Register Thursday | June 27 | 2019

Going Home

A short story about the final home game of the Montreal Expos

My brother Marty had attended over 1,300 Expos games going back to 1975, two years before the club moved from Jarry Park to the “Big O”. He’d collected all his ticket stubs in a small cardboard box. When someone would question his claim to being the team’s biggest fan, he’d trot out the carton and pour its contents onto the coffee table.

“There’s one missing. Blue Monday,” he would note, referring to Monday, October 19, 1981, when the Los Angeles Dodger’s middling talent Rick Monday hit a two-out homer in the ninth, denying the “’Spos” a trip to the World Series. “It’s the only one I didn’t keep. I can’t bear to be reminded of that damn game.”

Twenty-three years later, on the evening of September 29, 2004, Marty and I and were at the Montreal Expos final home game. The franchise was moving to Washington DC the next year, after a decade of sagging fan support and frequent rumblings of a sale that would deliver the team stateside.

We arrived early to watch batting practice and settled into bleachers seats with a plastic cup of Molson Ex in each hand. The crowd soon began streaming in, carrying hastily-written signs that declared undying love for “Nos Amours” and spoke of broken hearts. Attendance would climb to over 31,000 by game time, more than three times the average attendance that year. Most of the fans had bought tickets just prior to the game, only hours after the media confirmed the team’s impending departure.

“Where were all you sons of bitches when we needed you?” Marty said under his breath, his eyes sweeping across the stands.

His grumbling was overheard by a fat man a row in front of us, who turned and raised his beer in sympathy. He was wearing an original Expos cap with the undecipherable logo and the converging red, white and blue triangles.

“I was here,” he said proudly.

“Oh yeah?” said Marty. “Well, I’ve been to over 1,300 games, pal. And I got every ticket stub to prove it.”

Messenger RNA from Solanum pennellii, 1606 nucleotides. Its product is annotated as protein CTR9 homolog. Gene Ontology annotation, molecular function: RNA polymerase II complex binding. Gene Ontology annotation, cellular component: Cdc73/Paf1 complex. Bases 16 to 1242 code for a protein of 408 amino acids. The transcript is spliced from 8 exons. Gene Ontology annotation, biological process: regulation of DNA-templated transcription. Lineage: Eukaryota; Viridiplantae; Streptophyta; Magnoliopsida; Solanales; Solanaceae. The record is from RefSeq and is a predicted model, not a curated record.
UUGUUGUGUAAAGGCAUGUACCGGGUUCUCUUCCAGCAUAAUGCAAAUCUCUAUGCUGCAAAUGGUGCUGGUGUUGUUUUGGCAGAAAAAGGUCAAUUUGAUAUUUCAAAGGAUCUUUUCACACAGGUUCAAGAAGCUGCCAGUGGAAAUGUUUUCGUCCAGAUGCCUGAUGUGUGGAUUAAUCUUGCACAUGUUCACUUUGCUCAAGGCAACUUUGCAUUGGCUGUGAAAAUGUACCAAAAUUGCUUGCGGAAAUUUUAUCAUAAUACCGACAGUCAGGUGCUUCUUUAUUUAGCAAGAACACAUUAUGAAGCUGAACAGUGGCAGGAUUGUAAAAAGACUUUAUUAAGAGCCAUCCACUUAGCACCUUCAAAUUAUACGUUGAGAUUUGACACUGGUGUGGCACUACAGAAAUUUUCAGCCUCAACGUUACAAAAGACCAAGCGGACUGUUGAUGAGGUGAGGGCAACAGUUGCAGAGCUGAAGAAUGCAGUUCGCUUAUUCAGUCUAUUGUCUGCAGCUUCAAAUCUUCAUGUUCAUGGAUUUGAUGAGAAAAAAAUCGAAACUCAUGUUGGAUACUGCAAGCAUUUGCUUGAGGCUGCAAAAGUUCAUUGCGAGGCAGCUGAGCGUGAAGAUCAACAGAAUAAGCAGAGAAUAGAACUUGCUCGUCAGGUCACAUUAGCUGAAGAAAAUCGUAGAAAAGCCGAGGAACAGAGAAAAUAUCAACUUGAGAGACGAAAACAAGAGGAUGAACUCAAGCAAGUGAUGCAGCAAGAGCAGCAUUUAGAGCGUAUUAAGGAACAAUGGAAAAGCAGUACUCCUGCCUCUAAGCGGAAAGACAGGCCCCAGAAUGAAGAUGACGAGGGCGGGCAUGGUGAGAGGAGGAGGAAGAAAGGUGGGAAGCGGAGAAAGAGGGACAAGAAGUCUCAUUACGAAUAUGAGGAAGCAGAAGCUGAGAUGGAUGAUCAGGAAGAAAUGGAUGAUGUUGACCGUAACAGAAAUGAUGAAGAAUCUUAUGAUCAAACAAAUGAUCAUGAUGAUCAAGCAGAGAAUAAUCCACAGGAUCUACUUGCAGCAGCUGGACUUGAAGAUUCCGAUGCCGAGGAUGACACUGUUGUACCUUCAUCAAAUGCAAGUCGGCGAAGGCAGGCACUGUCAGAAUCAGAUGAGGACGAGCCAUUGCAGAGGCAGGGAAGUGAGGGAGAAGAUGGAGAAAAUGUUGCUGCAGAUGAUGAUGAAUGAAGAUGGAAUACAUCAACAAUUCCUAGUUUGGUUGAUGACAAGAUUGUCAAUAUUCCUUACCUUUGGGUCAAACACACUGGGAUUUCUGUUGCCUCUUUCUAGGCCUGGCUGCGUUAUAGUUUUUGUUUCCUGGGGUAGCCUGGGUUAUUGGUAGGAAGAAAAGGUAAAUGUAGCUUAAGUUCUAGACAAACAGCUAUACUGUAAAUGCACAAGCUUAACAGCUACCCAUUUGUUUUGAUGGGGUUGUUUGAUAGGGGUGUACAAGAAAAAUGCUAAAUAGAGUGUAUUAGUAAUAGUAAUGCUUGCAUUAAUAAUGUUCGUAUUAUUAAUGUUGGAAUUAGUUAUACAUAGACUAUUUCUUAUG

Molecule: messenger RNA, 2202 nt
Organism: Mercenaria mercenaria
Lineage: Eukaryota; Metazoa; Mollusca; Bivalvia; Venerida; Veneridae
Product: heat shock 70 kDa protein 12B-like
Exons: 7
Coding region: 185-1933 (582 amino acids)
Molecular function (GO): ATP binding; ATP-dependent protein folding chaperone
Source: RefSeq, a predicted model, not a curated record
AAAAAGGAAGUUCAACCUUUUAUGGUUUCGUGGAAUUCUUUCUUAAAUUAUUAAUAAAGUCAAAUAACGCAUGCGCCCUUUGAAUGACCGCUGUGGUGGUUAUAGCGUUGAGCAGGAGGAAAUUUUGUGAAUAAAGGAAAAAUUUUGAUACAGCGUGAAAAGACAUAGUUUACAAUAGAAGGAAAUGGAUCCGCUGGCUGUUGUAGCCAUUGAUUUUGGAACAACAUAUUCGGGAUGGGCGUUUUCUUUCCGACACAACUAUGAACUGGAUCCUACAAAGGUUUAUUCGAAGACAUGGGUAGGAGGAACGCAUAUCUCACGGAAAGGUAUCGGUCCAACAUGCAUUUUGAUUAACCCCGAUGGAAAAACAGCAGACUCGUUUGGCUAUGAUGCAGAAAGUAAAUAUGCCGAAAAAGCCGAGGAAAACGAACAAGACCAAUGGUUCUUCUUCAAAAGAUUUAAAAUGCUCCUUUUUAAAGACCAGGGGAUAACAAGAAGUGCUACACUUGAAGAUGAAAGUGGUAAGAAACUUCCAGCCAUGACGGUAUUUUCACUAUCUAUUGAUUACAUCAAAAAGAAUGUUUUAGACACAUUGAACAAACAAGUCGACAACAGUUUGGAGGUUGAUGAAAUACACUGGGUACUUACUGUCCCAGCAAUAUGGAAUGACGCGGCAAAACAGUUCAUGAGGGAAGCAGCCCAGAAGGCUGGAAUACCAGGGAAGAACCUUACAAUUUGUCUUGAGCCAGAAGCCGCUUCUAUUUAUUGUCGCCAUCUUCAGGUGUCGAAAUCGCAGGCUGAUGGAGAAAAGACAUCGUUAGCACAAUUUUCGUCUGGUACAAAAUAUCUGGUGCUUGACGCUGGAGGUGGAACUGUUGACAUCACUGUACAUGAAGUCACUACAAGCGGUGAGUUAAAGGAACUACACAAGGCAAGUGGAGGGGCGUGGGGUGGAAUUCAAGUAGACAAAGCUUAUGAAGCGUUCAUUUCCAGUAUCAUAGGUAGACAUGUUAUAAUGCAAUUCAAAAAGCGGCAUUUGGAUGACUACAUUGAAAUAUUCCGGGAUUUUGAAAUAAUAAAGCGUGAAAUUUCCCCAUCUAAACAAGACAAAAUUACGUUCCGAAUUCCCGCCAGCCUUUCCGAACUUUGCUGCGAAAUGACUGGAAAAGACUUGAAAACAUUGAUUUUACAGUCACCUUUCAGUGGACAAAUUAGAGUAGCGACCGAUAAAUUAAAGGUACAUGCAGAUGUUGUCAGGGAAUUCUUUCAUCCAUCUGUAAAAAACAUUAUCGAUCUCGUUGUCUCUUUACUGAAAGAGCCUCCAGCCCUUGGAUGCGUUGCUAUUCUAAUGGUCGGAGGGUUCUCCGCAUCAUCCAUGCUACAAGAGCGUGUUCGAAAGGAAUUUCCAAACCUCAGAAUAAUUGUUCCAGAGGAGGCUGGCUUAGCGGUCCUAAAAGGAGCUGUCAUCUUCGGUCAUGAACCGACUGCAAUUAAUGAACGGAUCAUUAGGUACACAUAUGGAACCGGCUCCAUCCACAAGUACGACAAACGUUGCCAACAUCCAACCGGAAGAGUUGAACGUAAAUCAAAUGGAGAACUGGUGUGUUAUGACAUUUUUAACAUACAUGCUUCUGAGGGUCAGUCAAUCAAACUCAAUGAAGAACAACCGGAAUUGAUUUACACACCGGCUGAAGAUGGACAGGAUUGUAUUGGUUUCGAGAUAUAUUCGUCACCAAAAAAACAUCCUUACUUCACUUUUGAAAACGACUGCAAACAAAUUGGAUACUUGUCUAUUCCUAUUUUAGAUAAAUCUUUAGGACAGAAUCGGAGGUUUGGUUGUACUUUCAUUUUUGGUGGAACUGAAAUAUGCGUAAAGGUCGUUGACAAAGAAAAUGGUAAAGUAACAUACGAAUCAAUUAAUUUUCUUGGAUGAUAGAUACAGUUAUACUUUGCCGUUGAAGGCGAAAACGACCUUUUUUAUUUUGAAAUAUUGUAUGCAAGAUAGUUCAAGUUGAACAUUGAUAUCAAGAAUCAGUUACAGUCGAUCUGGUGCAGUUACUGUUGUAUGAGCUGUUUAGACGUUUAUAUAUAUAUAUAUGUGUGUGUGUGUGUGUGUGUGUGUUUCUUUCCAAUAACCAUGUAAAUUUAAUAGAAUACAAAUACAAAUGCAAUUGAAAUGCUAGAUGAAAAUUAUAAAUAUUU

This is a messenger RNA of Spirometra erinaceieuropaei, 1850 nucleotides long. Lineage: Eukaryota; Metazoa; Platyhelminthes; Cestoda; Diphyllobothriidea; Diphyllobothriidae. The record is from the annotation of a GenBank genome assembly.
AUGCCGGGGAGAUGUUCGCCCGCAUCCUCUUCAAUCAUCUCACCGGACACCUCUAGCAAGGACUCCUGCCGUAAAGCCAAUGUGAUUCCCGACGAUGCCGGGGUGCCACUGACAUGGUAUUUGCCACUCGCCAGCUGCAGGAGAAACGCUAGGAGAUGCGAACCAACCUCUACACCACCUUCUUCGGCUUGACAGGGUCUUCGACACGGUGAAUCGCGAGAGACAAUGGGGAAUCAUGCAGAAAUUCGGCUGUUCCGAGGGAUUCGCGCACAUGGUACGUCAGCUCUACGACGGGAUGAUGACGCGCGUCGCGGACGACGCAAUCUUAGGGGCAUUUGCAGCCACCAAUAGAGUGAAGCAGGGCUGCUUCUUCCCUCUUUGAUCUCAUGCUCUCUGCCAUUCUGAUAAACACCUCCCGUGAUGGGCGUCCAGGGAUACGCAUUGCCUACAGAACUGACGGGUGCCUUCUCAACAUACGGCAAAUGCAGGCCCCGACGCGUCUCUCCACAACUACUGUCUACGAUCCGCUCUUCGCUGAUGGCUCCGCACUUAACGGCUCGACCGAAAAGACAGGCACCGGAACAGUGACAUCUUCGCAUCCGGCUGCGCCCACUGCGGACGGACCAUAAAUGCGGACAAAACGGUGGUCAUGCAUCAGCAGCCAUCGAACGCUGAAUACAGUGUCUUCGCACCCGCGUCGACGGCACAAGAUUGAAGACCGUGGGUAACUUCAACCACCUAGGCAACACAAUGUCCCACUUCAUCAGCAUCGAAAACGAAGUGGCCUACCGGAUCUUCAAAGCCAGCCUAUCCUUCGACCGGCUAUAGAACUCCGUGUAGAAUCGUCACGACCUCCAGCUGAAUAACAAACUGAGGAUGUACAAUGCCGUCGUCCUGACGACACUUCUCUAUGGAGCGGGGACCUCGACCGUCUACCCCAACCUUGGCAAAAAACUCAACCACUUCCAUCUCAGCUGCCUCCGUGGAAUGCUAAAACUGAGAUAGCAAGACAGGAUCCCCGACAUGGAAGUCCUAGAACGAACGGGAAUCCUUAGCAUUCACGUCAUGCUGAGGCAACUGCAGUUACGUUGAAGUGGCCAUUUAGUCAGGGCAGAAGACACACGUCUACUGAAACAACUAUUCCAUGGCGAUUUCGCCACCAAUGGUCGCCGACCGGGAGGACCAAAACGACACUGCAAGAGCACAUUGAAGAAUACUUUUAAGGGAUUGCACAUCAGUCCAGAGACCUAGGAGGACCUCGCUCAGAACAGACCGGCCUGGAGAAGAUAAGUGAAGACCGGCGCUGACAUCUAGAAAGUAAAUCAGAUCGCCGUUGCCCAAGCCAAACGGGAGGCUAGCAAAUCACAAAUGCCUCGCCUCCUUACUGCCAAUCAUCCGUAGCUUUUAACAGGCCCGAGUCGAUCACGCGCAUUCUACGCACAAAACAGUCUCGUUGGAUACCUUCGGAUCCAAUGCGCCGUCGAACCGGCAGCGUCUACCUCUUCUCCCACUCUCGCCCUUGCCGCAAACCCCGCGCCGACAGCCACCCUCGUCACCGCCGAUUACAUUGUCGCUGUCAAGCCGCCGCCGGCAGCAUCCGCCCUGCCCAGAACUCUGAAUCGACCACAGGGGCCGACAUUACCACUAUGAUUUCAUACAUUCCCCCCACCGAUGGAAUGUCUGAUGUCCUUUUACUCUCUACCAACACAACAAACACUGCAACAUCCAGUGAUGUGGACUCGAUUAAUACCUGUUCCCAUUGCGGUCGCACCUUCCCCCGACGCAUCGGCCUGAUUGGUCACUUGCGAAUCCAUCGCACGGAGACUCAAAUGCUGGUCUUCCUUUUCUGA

“Except one,” I interjected.

“Right,” Marty said. He sat back and folded his arms, his point secured. “All of them except the one I tore up.”

The fat man in the throwback cap nodded appreciatively. “Glad to meet a real fan. Tell me something. Have you always sat in the bleachers, or did you have season tickets? I don’t recall ever seeing you before.”

Marty was affronted. “I always sat with the people, friend. Do I look like some sort of businessman-seat fan?” He turned his face to show the fat man his left and right profile.

The fat man’s eyes narrowed. “You look alright to me,” he said. “Tell me something. That ticket you ripped up?...”

He didn’t have to finish. Marty knew what the fat man was going to ask and nodded solemnly.

The fat man sighed. “October 19, 1981. Had to be.”

“Blue Monday.” Marty offered his hand and introduced himself. “Tom,” said the other, clasping Marty’s hand between both of his and squeezing consolingly.

The Expos took the field and began tossing balls around to warm up their arms. On the mound, pitcher Sun-Woo Kim, normally a middle reliever, unleashed a mix of convincing fastballs and tailing pitches. He looked ready.

But Marty had misgivings. “Why are they giving the start to some Korean relief pitcher who’s only been with the team for a year? They could have put in someone with a little more history with the club for the last home game!”

The first inning saw little action – little that I saw, anyway. A casual sports fan, my attention was only briefly on the play below and largely on the crowd. The sight of thousands of people captivated by a ball game, reacting to each play, fascinated me. I couldn’t understand why so many human beings invested so much emotion in the fortunes of a sports team. I always felt out of step at sporting events.

The Marlins scored four runs in the second inning and the fans grew somber. They had come with one last hope: to see the Expos leave town on a win. Now it looked like even that would be taken from them.